Six bottom-line best practices in recruiting

Recruiting strategies may flex and change with economic conditions and in reaction to competitors in the market. But there are certain best practices that are a constant benefit to every organization that adheres to them, whether the economy is up or down. Recruiting excellence has a direct, and positive, impact on the bottom line. Increasing revenue per employee and saving turnover costs are two important benefits. Here are six recruiting best practices that will make a measureable difference in your business.

One—Assess candidate and culture fit.
Go beyond the usual tactical list of competencies and required experience; hire to fit your culture and values. A better understanding of a candidate’s personality traits, motivation factors, work behavior and preferred activities is often the most important in determining a candidate’s potential success in your organization. Additionally, in making hiring decisions don’t give much weight to your personal instincts, which are sometimes accurate, but frequently not. Instead, use assessments to gain insight about candidates and eliminate subjectivity. There are many excellent assessments on the market to measure candidates’ character, values and soft skills; and quantify the data to show the cultural fit with your organization. Best practice includes hiring a neutral third party to administer the assessments, and then get a second opinion.

Two—Outsource some of the process.
In recruitment process outsourcing (RPO), an organization contracts with a provider to act as its internal recruitment function for pieces of the recruiting process, or to manage the entire function for a period of time. RPO providers do everything from profiling candidates through on-boarding new hires, providing staff, technology, procedures and reporting. RPOs increase the quality of the candidate pool, improve the time to hire rate, provide metrics, help ensure compliance, and reduce costs. They also allow your managers to focus on the right candidates. Best practice includes making sure that RPO provider and management thinking on recruitment is aligned.

Three—Establish a robust referral program.
Employees usually refer only family and friends they trust and know will fit into the culture of their organization. This makes employee referrals some of the best possible hires. Organizations like Ohio’s AmTrust Bank, which won the 2008 ERE Media Recruiting Excellence Award for innovative retention, have found that their referral programs have increased performance and retention. An effective referral program makes it easy for employees to provide information about their organization. Providing a card or flyer that explains the benefits of working for your organization helps. Best practice includes rewarding employees with something they truly value.

Four—View recruiting as a lifecycle process.
Put effective procedures in place to transition people from candidate to employee, ensuring that recruiting and on-boarding processes reflect well on your organization. Get feedback from new employees as they merge into the company culture and continue this dialogue with employees throughout their employment, and when they terminate. Best practice includes a formal and ongoing program for effective employee communication.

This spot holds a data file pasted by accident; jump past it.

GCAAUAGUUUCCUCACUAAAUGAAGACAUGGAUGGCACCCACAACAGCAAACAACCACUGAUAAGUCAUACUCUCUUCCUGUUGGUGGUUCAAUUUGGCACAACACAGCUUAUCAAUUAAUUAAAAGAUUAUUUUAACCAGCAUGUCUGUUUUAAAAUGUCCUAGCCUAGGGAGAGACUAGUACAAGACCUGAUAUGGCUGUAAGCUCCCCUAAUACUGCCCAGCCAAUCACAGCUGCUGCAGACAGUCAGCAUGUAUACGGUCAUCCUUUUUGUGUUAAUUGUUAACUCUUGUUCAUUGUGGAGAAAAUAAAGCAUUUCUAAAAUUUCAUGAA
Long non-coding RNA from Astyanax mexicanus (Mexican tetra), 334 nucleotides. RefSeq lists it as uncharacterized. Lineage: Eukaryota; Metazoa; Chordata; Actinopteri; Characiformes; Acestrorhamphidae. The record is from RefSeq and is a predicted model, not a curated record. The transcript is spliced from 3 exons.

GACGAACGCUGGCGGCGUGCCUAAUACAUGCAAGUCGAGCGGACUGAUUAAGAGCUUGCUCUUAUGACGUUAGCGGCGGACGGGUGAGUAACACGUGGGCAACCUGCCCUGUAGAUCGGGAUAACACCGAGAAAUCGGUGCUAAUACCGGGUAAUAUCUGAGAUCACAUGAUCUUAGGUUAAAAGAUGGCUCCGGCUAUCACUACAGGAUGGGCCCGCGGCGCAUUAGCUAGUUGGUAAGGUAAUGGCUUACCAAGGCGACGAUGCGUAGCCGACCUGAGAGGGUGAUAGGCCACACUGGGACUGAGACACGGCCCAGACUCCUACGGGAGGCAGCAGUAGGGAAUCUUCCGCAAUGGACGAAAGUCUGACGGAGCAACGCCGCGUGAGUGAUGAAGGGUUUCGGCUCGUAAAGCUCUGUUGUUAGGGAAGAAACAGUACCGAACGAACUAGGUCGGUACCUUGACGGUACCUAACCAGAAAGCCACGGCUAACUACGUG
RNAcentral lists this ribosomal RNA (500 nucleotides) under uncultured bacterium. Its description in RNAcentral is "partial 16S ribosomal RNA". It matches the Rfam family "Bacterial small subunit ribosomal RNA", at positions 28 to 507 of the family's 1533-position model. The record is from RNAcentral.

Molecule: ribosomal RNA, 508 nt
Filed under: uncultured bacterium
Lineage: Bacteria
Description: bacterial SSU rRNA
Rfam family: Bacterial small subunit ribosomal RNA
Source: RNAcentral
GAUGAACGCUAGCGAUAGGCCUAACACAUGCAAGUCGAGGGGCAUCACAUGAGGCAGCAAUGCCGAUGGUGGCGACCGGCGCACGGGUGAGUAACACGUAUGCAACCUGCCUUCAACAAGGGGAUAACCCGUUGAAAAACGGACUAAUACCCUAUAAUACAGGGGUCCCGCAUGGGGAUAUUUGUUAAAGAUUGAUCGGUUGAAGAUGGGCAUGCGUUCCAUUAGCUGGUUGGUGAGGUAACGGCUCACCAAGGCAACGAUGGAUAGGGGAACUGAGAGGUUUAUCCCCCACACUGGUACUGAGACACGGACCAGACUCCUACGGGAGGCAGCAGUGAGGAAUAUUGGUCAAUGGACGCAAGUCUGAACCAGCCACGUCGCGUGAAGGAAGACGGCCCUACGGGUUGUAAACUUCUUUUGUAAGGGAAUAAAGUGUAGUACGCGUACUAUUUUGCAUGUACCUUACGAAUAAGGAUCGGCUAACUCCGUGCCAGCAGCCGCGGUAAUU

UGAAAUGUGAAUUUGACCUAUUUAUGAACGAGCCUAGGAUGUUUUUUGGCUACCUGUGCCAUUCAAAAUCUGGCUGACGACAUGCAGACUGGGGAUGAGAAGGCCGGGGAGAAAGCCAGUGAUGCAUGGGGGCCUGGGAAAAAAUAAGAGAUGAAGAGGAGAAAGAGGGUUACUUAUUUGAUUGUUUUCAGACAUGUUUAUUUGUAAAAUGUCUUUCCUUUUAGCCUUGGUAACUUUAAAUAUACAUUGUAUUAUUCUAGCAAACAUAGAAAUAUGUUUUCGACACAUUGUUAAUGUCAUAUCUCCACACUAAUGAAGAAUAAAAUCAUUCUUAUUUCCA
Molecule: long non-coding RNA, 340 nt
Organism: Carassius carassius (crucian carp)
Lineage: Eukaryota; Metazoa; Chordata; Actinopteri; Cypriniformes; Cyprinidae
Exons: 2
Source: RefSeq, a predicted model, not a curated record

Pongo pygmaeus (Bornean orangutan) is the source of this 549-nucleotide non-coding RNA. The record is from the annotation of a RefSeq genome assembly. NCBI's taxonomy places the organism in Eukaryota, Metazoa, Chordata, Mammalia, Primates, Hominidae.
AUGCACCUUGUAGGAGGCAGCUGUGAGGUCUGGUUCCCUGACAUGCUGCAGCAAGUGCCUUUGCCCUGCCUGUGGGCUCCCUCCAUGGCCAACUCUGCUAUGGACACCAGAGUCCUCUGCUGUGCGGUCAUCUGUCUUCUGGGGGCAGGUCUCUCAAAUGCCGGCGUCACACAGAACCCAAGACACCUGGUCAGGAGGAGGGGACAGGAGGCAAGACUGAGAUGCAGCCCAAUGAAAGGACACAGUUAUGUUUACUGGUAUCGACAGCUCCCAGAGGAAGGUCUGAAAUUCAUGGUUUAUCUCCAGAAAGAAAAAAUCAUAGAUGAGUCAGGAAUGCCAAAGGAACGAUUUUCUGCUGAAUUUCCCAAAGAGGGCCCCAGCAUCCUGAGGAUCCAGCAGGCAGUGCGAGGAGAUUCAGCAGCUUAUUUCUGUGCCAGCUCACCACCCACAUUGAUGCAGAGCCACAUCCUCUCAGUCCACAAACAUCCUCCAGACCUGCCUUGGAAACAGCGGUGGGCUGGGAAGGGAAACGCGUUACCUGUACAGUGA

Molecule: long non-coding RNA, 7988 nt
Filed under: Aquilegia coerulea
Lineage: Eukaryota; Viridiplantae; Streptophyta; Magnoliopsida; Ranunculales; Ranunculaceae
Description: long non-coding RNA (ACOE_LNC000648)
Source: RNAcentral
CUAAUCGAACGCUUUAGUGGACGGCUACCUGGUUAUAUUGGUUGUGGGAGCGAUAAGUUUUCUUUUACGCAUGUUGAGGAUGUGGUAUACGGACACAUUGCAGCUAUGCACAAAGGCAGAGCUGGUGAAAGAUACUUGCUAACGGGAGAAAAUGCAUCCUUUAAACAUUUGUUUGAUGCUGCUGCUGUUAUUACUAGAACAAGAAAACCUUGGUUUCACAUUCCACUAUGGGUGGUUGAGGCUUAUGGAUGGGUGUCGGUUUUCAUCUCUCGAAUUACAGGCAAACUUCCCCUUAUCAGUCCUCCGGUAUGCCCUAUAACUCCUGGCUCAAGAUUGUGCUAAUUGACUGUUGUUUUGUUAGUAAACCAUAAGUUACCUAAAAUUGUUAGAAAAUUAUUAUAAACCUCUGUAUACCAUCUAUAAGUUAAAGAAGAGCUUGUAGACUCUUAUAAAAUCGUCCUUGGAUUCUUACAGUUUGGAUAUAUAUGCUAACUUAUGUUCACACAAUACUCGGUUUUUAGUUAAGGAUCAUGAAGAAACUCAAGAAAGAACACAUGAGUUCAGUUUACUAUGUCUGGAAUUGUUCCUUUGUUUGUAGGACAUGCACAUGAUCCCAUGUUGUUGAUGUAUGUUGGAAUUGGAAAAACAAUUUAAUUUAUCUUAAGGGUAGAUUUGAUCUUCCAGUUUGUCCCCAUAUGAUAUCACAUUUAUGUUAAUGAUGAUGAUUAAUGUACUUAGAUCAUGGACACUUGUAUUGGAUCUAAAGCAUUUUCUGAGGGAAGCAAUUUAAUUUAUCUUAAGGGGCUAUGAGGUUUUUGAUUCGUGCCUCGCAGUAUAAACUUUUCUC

Five—Make retention part of your recruitment program.
Turnover is costly, with estimates running from 150 percent of annual compensation for typical employees to 400 percent or more for key people. Use metrics to identify and analyze turnover trends in your organization so that you can better predict recruitment needs and plan for succession. Best practice includes providing managers with a retention toolkit and making retention planning part of every manager’s performance goals.

Six—Keep up to date with trends.
Recruitment is riding a wave of innovation. The increased ability to make hiring decisions based on data rather than intuition is helping organizations anticipate and manage future needs and events with greater business acumen. In order to remain competitive today, you need to be creative in incorporating new ideas into your recruiting program. Best practice includes adopting social media and metrics in recruitment and ensuring flexibility in your culture in terms of benefits, work hours, work location and other areas that workers increasingly expect.

Best practices in recruiting cannot stand alone, but they are an effective start in reinforcing your culture and improving your bottom line. Align them with best practices in other areas of your organization and you’ll ensure a strong, competitive position in any market condition.

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Comment by Charles Van Heerden on October 19, 2009 at 5:10am
Kathleen, great points - particularly point 4 as lifecycle process. I would add the use of smart technology as an enabler and making the recruitment process imminently more streamlined.
Comment by Sylvia Dahlby on October 19, 2009 at 8:47pm
Great article. Note that if item #1 is done correctly, item #5 will take care of itself.
Comment by Patrick Tien on October 27, 2009 at 5:16pm
Excellent points Kathleen. The recruiting landscape is changing with Social Media and I'm glad you addressed that in #6. Social recruiting is gaining steam every day and can't be ignored much longer. I agree with many industry thought leaders that job boards will be used less and less because of social media. Further, companies need to boost their existing Employee Referral Program. We all know this is the cheapest way to hire and research shows that referred employees tend to stay longer at a company. This would help with rentention issues and at the same time, boosting morale of employees who feel they've made a positive impact on the organization by referring a good person, and getting compensated. Who wouldn't like that?


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